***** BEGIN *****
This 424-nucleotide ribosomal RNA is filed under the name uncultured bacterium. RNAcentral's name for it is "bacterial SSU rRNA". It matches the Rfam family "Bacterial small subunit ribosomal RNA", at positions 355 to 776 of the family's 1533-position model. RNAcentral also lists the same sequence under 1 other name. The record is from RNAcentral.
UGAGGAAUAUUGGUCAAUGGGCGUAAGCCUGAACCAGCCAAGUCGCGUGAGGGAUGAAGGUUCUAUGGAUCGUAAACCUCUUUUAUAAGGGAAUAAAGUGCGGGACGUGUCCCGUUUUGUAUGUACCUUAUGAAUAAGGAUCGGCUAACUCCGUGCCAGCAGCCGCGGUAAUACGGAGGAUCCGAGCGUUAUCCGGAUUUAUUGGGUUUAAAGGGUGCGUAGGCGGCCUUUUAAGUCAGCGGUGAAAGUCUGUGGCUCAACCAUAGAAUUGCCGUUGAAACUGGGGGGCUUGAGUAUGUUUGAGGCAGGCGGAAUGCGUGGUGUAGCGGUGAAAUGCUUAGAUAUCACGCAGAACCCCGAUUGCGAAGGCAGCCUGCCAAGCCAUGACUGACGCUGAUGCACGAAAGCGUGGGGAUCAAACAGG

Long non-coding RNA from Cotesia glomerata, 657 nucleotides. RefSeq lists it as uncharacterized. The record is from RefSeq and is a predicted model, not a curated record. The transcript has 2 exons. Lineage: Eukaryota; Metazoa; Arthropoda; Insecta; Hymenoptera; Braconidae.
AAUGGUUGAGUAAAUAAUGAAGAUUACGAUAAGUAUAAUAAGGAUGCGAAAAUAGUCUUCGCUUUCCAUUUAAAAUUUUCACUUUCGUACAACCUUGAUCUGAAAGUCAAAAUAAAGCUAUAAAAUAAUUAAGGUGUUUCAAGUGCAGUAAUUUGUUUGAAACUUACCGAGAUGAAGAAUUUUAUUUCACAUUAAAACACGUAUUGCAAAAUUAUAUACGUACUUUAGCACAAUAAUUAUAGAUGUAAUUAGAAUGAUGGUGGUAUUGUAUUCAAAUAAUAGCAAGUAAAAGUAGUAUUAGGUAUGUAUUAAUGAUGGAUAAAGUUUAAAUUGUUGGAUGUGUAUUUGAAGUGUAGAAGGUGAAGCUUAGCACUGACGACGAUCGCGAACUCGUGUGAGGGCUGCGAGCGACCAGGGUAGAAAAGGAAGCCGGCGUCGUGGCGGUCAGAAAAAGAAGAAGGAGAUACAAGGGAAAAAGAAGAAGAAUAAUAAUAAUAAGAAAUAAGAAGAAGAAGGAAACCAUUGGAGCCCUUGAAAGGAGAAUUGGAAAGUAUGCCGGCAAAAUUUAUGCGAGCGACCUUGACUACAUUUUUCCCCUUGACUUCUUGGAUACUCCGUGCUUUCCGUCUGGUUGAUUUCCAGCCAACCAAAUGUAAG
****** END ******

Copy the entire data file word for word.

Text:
This 424-nucleotide ribosomal RNA is filed under the name uncultured bacterium. RNAcentral's name for it is "bacterial SSU rRNA". It matches the Rfam family "Bacterial small subunit ribosomal RNA", at positions 355 to 776 of the family's 1533-position model. RNAcentral also lists the same sequence under 1 other name. The record is from RNAcentral.
UGAGGAAUAUUGGUCAAUGGGCGUAAGCCUGAACCAGCCAAGUCGCGUGAGGGAUGAAGGUUCUAUGGAUCGUAAACCUCUUUUAUAAGGGAAUAAAGUGCGGGACGUGUCCCGUUUUGUAUGUACCUUAUGAAUAAGGAUCGGCUAACUCCGUGCCAGCAGCCGCGGUAAUACGGAGGAUCCGAGCGUUAUCCGGAUUUAUUGGGUUUAAAGGGUGCGUAGGCGGCCUUUUAAGUCAGCGGUGAAAGUCUGUGGCUCAACCAUAGAAUUGCCGUUGAAACUGGGGGGCUUGAGUAUGUUUGAGGCAGGCGGAAUGCGUGGUGUAGCGGUGAAAUGCUUAGAUAUCACGCAGAACCCCGAUUGCGAAGGCAGCCUGCCAAGCCAUGACUGACGCUGAUGCACGAAAGCGUGGGGAUCAAACAGG

Long non-coding RNA from Cotesia glomerata, 657 nucleotides. RefSeq lists it as uncharacterized. The record is from RefSeq and is a predicted model, not a curated record. The transcript has 2 exons. Lineage: Eukaryota; Metazoa; Arthropoda; Insecta; Hymenoptera; Braconidae.
AAUGGUUGAGUAAAUAAUGAAGAUUACGAUAAGUAUAAUAAGGAUGCGAAAAUAGUCUUCGCUUUCCAUUUAAAAUUUUCACUUUCGUACAACCUUGAUCUGAAAGUCAAAAUAAAGCUAUAAAAUAAUUAAGGUGUUUCAAGUGCAGUAAUUUGUUUGAAACUUACCGAGAUGAAGAAUUUUAUUUCACAUUAAAACACGUAUUGCAAAAUUAUAUACGUACUUUAGCACAAUAAUUAUAGAUGUAAUUAGAAUGAUGGUGGUAUUGUAUUCAAAUAAUAGCAAGUAAAAGUAGUAUUAGGUAUGUAUUAAUGAUGGAUAAAGUUUAAAUUGUUGGAUGUGUAUUUGAAGUGUAGAAGGUGAAGCUUAGCACUGACGACGAUCGCGAACUCGUGUGAGGGCUGCGAGCGACCAGGGUAGAAAAGGAAGCCGGCGUCGUGGCGGUCAGAAAAAGAAGAAGGAGAUACAAGGGAAAAAGAAGAAGAAUAAUAAUAAUAAGAAAUAAGAAGAAGAAGGAAACCAUUGGAGCCCUUGAAAGGAGAAUUGGAAAGUAUGCCGGCAAAAUUUAUGCGAGCGACCUUGACUACAUUUUUCCCCUUGACUUCUUGGAUACUCCGUGCUUUCCGUCUGGUUGAUUUCCAGCCAACCAAAUGUAAG